In the last couple of years, Patanjali Ayurved has become a household name. This is in part due to their ayurvedic products, and in part, due to the numerous times, they’ve been in the news since they sprung to the forefront in 2008. This times it’s their amla juice which has thrust them into the spotlight.
The canteen stores department (CSD), the retailing platform for India’s defense forces, has suspended the sale of Patanjali Ayurved’s amla juice after receiving an adverse state laboratory test report on the product, which, ironically enough, had helped establish the company’s credentials in the consumer business.
The CSD, in a letter dated April 3, 2017, asked all depots to make debit notes for their existing stock so that the product can be returned. Amla juice was one of Patanjali Ayurved’s first consumer launches, its success was largely helped by advertising support that claimed the company offered healthier alternatives to products sold by multinationals.
Two officials privy to the development stated that the batch was tested at the Central Food Lab in Kolkata and was declared unfit for consumption. Patanjali has withdrawn amla juice from all army canteens.
Unsurprisingly enough (or in a strange twist of fate?), the referral government laboratory in Kolkata is the same agency that detected lead levels above permissible limits, and the presence of MSG in the samples of Nestle Maggi noodles two years ago. The test report later caused consumer backlash, prompting Nestle to withdraw the brand across India, and file a legal petition to seek a judicial review on the order by the Food Safety and Standards Authority of India (FSSAI).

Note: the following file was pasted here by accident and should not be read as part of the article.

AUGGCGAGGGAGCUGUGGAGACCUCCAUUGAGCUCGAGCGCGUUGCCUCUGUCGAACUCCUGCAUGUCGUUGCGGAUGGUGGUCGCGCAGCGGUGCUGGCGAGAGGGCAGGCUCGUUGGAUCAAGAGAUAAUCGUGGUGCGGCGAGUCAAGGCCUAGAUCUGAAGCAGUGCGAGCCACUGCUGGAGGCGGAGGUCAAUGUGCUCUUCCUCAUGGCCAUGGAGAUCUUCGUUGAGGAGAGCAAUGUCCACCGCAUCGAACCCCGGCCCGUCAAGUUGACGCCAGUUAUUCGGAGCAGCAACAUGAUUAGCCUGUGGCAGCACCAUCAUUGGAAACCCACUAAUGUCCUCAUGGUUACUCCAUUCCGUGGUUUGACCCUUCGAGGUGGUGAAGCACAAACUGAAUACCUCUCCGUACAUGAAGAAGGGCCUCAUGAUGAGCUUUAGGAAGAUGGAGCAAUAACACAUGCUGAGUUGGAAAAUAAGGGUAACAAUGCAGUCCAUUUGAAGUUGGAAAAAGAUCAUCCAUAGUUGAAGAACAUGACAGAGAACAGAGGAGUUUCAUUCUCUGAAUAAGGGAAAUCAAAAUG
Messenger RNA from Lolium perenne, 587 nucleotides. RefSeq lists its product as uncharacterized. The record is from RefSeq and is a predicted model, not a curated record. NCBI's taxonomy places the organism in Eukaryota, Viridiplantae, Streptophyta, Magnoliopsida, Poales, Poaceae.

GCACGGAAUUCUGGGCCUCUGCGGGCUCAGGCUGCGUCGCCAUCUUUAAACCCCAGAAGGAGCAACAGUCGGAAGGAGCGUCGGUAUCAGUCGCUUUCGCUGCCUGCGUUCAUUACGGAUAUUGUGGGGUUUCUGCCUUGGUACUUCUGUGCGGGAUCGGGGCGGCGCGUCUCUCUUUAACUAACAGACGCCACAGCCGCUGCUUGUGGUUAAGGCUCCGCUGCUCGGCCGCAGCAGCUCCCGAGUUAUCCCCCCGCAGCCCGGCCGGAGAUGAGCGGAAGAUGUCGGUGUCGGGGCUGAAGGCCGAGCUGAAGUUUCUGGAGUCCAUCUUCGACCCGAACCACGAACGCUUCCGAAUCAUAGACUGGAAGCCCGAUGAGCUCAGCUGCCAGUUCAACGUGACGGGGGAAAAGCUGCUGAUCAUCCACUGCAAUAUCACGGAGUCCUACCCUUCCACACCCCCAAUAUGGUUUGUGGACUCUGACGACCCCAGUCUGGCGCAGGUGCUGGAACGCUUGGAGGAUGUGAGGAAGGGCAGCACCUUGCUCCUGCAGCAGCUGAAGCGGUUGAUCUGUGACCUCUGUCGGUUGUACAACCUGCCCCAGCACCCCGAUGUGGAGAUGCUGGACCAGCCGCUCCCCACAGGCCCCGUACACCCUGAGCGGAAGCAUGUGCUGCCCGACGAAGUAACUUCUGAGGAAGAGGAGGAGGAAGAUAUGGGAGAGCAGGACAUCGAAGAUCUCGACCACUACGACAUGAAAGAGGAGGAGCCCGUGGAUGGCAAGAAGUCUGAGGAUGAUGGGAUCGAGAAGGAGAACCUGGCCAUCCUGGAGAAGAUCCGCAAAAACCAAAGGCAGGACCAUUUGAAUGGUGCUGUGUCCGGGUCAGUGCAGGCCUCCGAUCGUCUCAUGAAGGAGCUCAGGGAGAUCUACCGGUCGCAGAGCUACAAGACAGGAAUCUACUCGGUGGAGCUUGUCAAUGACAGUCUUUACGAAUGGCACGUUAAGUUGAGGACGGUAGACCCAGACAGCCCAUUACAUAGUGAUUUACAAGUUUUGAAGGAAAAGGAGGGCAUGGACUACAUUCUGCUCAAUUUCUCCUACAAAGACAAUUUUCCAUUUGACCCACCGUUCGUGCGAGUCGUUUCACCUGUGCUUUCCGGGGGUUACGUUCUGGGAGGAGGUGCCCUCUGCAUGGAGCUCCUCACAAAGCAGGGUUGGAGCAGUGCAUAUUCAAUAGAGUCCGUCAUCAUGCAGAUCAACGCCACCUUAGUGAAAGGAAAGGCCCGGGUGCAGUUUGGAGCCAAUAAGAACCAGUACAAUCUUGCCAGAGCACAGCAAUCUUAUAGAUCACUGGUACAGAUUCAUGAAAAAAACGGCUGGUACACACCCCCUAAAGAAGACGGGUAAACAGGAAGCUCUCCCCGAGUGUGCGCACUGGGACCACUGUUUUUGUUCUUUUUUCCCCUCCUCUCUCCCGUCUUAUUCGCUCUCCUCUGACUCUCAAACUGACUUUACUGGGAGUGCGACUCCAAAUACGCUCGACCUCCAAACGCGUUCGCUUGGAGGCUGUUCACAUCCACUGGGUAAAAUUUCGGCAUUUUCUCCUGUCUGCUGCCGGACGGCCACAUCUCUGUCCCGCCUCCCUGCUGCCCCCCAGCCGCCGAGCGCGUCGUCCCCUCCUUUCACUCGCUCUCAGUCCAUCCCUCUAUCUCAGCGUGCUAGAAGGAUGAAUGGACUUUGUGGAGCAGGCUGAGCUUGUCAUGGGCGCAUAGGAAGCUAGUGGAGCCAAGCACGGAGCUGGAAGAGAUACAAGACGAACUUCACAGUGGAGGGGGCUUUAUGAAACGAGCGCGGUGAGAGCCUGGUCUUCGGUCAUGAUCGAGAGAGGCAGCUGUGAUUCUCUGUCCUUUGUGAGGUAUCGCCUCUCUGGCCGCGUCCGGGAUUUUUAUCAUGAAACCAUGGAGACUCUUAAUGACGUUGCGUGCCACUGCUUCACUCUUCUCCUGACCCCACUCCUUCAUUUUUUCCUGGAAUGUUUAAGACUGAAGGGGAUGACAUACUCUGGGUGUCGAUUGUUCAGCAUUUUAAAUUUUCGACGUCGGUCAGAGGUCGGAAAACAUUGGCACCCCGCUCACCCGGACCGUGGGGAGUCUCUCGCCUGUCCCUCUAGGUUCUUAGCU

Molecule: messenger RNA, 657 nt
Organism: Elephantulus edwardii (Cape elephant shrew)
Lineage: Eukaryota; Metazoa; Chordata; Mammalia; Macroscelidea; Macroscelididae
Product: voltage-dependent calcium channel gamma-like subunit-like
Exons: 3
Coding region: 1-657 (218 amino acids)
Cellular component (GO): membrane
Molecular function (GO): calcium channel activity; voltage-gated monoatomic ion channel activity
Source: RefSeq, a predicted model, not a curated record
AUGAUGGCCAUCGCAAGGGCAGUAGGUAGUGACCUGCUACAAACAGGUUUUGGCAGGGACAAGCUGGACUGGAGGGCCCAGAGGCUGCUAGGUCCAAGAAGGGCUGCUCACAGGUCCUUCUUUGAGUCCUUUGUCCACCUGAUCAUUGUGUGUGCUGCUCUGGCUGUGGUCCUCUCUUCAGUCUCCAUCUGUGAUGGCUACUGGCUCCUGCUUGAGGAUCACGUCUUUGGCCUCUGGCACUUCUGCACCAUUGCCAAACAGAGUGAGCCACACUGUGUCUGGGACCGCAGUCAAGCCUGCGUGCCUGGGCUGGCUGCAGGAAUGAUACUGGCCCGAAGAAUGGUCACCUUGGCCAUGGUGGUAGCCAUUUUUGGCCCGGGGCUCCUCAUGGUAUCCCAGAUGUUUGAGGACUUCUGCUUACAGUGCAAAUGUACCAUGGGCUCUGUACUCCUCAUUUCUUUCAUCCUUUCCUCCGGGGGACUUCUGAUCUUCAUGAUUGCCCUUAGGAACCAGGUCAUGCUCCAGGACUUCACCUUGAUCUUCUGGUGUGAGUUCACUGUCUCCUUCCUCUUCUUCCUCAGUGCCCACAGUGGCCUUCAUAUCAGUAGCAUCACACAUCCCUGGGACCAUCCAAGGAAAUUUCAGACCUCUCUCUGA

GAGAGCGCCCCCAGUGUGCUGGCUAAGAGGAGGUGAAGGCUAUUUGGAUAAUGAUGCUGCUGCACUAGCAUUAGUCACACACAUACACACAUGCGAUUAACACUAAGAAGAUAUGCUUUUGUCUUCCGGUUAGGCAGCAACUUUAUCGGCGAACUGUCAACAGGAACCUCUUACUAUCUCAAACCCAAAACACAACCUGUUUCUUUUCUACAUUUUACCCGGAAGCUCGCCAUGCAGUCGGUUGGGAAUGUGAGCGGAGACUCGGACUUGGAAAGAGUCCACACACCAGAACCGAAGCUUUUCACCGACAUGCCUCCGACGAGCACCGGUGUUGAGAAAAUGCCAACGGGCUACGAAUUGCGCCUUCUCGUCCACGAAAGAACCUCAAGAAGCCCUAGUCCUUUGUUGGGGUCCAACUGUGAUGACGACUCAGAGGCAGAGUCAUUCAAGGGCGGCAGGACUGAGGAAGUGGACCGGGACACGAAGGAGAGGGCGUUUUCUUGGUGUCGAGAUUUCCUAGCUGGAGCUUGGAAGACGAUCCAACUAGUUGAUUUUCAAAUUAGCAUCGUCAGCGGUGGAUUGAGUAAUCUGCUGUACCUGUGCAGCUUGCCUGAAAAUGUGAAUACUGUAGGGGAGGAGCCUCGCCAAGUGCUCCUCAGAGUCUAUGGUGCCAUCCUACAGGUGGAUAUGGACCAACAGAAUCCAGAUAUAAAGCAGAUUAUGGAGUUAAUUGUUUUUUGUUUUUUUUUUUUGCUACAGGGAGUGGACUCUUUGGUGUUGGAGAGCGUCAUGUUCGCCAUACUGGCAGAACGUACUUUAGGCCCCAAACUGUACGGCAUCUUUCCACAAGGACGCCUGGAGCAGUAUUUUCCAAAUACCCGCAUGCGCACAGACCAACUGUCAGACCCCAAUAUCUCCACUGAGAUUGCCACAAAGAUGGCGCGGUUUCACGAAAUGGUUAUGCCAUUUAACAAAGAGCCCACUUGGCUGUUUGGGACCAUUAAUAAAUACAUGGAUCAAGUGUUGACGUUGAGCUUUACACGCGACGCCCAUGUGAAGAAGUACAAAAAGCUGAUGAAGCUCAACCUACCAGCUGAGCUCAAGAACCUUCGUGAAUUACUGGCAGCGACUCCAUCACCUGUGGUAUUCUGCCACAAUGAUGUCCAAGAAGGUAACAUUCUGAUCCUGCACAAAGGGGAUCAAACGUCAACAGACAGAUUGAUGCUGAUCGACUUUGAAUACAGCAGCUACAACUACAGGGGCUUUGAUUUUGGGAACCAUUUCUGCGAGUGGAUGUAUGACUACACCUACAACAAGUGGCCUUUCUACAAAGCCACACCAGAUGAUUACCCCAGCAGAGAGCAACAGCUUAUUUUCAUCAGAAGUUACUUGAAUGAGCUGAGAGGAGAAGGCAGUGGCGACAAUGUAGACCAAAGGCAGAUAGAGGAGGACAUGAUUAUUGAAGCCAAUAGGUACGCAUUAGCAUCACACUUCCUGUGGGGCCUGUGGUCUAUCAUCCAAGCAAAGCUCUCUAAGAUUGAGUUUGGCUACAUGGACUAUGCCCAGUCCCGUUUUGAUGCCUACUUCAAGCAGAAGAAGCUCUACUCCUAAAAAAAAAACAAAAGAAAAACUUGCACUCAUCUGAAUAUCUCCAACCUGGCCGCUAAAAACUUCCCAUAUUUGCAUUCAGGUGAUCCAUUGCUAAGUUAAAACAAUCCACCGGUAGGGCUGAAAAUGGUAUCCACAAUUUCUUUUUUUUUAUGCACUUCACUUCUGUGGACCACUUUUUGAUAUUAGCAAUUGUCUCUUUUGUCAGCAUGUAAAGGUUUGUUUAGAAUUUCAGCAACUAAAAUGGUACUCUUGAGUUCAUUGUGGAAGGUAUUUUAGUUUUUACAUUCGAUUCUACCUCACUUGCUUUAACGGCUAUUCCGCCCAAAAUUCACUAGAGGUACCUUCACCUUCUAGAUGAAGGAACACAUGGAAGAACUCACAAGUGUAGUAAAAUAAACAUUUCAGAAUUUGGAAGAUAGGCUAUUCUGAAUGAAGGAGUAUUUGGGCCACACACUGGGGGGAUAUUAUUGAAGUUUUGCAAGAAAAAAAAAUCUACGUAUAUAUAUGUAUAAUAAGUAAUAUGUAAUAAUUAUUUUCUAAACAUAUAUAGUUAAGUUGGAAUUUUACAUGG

Started in 1948, it is managed by the Ministry of Defence and comprises of 3,901 unit-run canteens, and 34 depots. For most consumer product companies, CSD accounts for 5-7% of their total volume sales. The CSD’s retail outlets sell 5,300 products ranging from biscuits and beer to shampoos and cars to 12 million consumers — the serving personnel of the army, navy and the air force, ex-servicemen, and their families.
This is not the first instance of Patanjali Ayurved, the 5,000-crore business, running into trouble with the regulators over its claims. In the past, it has been pulled up for selling noodles and pasta without the relevant licenses. Last year, FSSAI directed its Central Licensing Authority to issue a show cause notice to Patanjali over its edible-oil advertisements that were allegedly misleading. Hopefully, for them, (and FSSAI) this is the last time they get in hot water.
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